This writer's appreciation for Ozzy-era Black Sabbath has always been limited. It is in that context that a listen to this compilation of Peaceville-issued material of Yankee Black Sabbath-worship band Pentagram leaves a decidedly ambivalent mark on his taste buds. It is indeed genuine doom metal, the wah wah pedal is often heard, there are bursts of solos and the sound is undiluted. Having said that, this style has been heard repeatedly, not only with the Sabs themselves, but also with subsequent clones like Saint Vitus and Cathedral.
Of course respect is due the band for not only persisting since 1971, albeit intermittently, but also for not diluting or altering the progenitor's initial vision. The songs are good for what they are and, it goes without saying, they put contemporary Black Sabbath to shame.
The songs All Your Sins, Sinister, Relentless, The Ghoul, 20 Buck Spin and Death Row are from Pentagram's 1993 album Relentless. Wartime, Burning Saviour, When The Screams Come, Evil Seed and Madman are culled from 1993' Day Of Reckoning. The songs Petrified, Frustration, Bride Of Evil, Vampire Love (this song is occasionally called Vampyre Love), Wolf's Blood and Live Free And Burn are culled from 1994's Be Forewarned. This is also meant to imply that it is disingenuous of Peaceville not to indicate Turn To Stone to be a mere Pentagram compilation - Ali "The Metallian"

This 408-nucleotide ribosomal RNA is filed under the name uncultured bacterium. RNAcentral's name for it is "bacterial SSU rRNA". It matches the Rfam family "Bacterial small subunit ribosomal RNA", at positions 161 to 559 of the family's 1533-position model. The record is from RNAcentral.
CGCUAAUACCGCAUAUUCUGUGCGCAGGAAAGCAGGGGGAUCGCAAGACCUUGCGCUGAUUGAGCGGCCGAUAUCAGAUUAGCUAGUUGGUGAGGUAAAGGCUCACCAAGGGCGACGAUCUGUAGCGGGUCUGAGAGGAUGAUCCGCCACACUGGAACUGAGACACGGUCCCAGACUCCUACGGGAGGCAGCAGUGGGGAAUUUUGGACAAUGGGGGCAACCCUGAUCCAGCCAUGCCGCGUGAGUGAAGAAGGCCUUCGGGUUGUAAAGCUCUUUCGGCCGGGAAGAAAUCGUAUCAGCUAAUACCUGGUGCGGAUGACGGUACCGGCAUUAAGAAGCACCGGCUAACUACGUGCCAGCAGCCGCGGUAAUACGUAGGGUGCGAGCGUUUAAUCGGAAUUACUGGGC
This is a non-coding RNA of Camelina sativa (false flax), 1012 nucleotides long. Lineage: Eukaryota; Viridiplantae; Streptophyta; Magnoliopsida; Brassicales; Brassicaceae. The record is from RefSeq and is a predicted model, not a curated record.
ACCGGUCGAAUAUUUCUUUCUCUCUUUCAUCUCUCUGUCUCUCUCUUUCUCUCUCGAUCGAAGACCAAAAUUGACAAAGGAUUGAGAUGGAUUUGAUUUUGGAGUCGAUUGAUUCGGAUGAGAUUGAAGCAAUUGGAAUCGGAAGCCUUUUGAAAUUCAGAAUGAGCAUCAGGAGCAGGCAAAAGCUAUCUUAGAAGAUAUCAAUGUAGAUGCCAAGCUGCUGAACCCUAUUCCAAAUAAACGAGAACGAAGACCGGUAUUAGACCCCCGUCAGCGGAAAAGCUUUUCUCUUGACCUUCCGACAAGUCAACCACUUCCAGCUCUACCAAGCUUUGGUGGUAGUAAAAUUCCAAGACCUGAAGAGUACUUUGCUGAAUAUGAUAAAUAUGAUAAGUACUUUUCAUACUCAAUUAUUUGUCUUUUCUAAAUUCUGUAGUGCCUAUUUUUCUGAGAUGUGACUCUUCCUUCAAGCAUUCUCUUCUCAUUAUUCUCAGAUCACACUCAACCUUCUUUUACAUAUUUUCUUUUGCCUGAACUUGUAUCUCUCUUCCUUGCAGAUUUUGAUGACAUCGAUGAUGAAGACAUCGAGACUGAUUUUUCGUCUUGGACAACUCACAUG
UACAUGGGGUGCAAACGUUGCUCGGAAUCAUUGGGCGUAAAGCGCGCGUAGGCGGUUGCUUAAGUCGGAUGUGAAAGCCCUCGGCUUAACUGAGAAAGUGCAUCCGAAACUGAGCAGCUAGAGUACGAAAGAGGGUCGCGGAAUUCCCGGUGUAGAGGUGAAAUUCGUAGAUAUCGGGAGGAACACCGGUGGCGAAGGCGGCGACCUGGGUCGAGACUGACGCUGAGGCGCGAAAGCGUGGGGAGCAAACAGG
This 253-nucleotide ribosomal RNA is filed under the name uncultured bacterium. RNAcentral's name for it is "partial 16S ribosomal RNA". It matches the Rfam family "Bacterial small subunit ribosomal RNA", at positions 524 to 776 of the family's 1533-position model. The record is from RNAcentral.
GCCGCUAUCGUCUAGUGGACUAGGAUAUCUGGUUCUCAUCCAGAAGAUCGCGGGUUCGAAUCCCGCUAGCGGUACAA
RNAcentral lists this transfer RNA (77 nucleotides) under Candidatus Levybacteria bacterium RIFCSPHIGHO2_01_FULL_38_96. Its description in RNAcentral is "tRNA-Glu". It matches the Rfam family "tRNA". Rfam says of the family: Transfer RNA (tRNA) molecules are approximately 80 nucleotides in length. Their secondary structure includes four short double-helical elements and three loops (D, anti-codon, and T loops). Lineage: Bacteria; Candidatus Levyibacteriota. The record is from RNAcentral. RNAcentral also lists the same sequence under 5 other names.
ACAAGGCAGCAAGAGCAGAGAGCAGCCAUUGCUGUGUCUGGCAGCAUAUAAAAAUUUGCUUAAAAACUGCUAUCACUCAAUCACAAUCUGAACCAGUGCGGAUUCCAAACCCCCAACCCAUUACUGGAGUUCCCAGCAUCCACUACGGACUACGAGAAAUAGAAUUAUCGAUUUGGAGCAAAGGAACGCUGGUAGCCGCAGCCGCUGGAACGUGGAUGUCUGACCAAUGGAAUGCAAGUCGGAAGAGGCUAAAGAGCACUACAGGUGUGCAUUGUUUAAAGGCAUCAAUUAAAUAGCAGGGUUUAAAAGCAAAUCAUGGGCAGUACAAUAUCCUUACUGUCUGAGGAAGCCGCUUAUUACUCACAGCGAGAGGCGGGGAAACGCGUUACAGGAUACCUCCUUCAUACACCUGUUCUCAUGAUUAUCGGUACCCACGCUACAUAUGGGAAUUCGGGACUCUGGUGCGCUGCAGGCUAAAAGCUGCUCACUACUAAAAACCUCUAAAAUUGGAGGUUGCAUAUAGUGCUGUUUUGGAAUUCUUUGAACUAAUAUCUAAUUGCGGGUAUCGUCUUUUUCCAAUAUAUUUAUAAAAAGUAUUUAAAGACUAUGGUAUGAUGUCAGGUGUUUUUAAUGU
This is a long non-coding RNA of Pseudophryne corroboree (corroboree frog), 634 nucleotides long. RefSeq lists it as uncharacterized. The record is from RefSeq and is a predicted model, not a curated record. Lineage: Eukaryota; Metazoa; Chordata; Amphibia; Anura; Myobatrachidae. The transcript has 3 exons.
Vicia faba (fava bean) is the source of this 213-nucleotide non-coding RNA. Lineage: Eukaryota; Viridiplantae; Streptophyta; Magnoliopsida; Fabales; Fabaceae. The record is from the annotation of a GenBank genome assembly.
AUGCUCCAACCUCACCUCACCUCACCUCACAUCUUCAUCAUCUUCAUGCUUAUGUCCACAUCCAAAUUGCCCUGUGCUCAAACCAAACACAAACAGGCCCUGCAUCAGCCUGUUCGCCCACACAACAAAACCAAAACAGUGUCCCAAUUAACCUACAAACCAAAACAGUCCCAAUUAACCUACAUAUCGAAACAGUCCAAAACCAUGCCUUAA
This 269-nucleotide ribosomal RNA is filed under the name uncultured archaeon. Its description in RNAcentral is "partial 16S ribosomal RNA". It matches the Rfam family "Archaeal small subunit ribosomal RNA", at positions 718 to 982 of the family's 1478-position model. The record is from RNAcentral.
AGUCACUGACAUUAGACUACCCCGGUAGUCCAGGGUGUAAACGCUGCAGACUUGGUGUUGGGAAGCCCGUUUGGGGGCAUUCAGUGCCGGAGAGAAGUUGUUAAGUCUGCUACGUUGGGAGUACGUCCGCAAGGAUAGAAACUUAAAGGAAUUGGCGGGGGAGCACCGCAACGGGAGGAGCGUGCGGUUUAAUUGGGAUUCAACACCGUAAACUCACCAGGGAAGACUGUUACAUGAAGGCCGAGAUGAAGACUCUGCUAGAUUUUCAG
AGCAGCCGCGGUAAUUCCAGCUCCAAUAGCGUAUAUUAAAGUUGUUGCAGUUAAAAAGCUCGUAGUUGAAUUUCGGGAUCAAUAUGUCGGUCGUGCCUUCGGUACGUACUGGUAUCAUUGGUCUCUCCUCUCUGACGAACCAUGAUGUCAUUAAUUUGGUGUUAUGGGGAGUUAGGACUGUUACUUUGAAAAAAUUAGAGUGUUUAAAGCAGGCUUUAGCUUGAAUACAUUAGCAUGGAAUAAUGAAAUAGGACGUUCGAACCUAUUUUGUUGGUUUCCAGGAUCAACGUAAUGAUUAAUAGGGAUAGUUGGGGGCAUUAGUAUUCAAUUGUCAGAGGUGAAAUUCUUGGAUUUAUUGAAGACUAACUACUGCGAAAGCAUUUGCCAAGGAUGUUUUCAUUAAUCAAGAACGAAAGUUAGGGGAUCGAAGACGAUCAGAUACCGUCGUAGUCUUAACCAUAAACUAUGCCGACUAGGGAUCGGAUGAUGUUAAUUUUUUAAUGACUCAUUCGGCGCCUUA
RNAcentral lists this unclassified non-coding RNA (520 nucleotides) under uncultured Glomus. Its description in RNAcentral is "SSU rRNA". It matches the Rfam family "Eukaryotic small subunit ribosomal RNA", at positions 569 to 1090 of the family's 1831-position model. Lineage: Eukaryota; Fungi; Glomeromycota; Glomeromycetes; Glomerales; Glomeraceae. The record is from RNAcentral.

Pentagram could be the next Iron Maiden or Motörhead if the band keeps this up. The band has released four or five compilations in the last ten years, but who is counting? Get a couple of live albums out and more than just the usual bunch of reviewers will begin calling you “classic” or “legendary.” Whether the band even plays live is another matter.
First Daze Here Too is a sequel compilation to another compilation and is really scrapping the bottom of the barrel. Disc one is a somewhat of a proper studio recording. Side two is a rehearsal recording(s) and often appalling. Each and every one of the songs Yes I Do, Ask No More and Man, for example, are weak and have no right being released. The non-existent sound quality and weak whimpering of the singer further weaken the band’s popish heavy rock. Only a song like Much Too Young To Know has any value and that is owing to the rip off early Judas Priest soling going on.
And let’s not forget the cover tunes. Pentagram has those too!
Every silly compilation released, old band that never went anywhere that reforms or former mega band that tries one more kick at the can means less room for new bands. As for issuing rehearsals on disc twenty years later”¦ let’s not even go there. - Anna Tergel